Vulnerabilities

Chrome “Symstealer” Vulnerability Puts 2.5 Billion Users at Risk

Updated on: January 18, 2023

Chrome “Symstealer” Vulnerability Puts 2.5 Billion Users at Risk

A Symlink Following Vulnerability That Put 2.5 Billion Chrome Users at Risk

An analysis of the way in which symlinks are handled by Google’s Chrome browser and other web browsers that use the Chromium web browser project revealed a vulnerability that can result in the theft of sensitive data including crypto wallets and cloud provider credentials. It is dubbed CVE-2022-3656.

The issue was partially fixed in Chrome 107 and fully redressed in Chrome 108. The vulnerability was discovered by Imperva, a security testing firm that ran a red team test of Chrome and Chromium-based browsers.

What is a Symbolic Link Following Vulnerability? 

A symbolic link represents a directory or a file as if it were at the location of the symlink, whereas it is stored elsewhere. It’s an excellent functionality for file path redirection and creating shortcuts. A symlink following vulnerability is when a browser processes a symlink without authentication or confirmation and allows unintended access to files. This is exactly what was found to be the case with Chrome. The browser owned by Google processes symbolic links and resolves them recursively.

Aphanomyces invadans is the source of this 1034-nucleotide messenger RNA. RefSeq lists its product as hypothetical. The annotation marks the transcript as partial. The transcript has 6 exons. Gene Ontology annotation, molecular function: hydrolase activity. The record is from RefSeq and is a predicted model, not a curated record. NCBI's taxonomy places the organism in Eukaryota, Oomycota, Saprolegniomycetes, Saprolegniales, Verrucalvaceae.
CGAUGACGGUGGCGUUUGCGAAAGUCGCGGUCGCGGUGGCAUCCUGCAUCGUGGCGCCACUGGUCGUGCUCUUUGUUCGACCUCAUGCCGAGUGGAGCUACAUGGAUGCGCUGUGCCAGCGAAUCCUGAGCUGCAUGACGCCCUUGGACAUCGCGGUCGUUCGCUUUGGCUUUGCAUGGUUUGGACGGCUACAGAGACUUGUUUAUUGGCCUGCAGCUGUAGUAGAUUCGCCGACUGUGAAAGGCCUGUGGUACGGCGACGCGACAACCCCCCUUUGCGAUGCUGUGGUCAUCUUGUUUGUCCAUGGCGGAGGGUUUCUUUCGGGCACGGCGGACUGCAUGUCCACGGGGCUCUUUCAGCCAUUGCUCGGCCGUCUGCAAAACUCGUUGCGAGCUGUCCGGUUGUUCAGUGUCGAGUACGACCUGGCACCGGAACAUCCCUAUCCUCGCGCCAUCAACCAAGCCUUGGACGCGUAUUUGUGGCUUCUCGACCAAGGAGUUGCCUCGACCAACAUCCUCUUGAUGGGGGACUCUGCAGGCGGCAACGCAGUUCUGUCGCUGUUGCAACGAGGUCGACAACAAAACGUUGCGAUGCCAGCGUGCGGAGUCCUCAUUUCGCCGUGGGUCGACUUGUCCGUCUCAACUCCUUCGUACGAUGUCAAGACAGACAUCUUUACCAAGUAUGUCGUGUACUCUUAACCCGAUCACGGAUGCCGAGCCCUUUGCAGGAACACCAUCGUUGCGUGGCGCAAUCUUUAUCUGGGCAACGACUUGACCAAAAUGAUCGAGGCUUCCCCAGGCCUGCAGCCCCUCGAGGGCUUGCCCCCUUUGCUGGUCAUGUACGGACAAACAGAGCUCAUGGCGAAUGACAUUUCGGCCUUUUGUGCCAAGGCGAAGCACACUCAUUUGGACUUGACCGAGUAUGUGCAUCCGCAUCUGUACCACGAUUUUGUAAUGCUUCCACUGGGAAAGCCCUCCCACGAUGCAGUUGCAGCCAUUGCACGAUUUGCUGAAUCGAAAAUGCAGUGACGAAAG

How can this Vulnerability Affect Chrome Users?

Imperva described an attack scenario where the symlink following vulnerability can be used to gain unauthorized access to sensitive data. Let’s say an attacker creates a fake website for crypto wallet services and when a user tries to grab the offers, she’s asked to download the recovery keys, which is standard practice. 

So, the attacker gives the user a zip folder that contains a symbolic link to sensitive data owned by the user instead of the actual recovery keys. Now, when the user unzips the folder and uploads the contents to the internet, as is the practice, the browser processes the symlink, and the attacker gets access to the targeted files.

What should You Do to Stay Secure from a Breach?

The first and most important thing to do is update your Chrome browser to Chrome 108. 

You should keep all software up to date as a practice as a general safety measure. 

You can use password managers and password generators to deal with your crypto wallets so that you do not generally land in scenarios where you have to gain access to them through recovery keys. 

Two or multi-factor authentication should always be preferred.  

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Nivedita James Palatty

Nivedita is a technical writer with Astra who has a deep love for knowledge and all things curious in nature. An avid reader at heart she found her calling writing about SEO, robotics, and currently cybersecurity.
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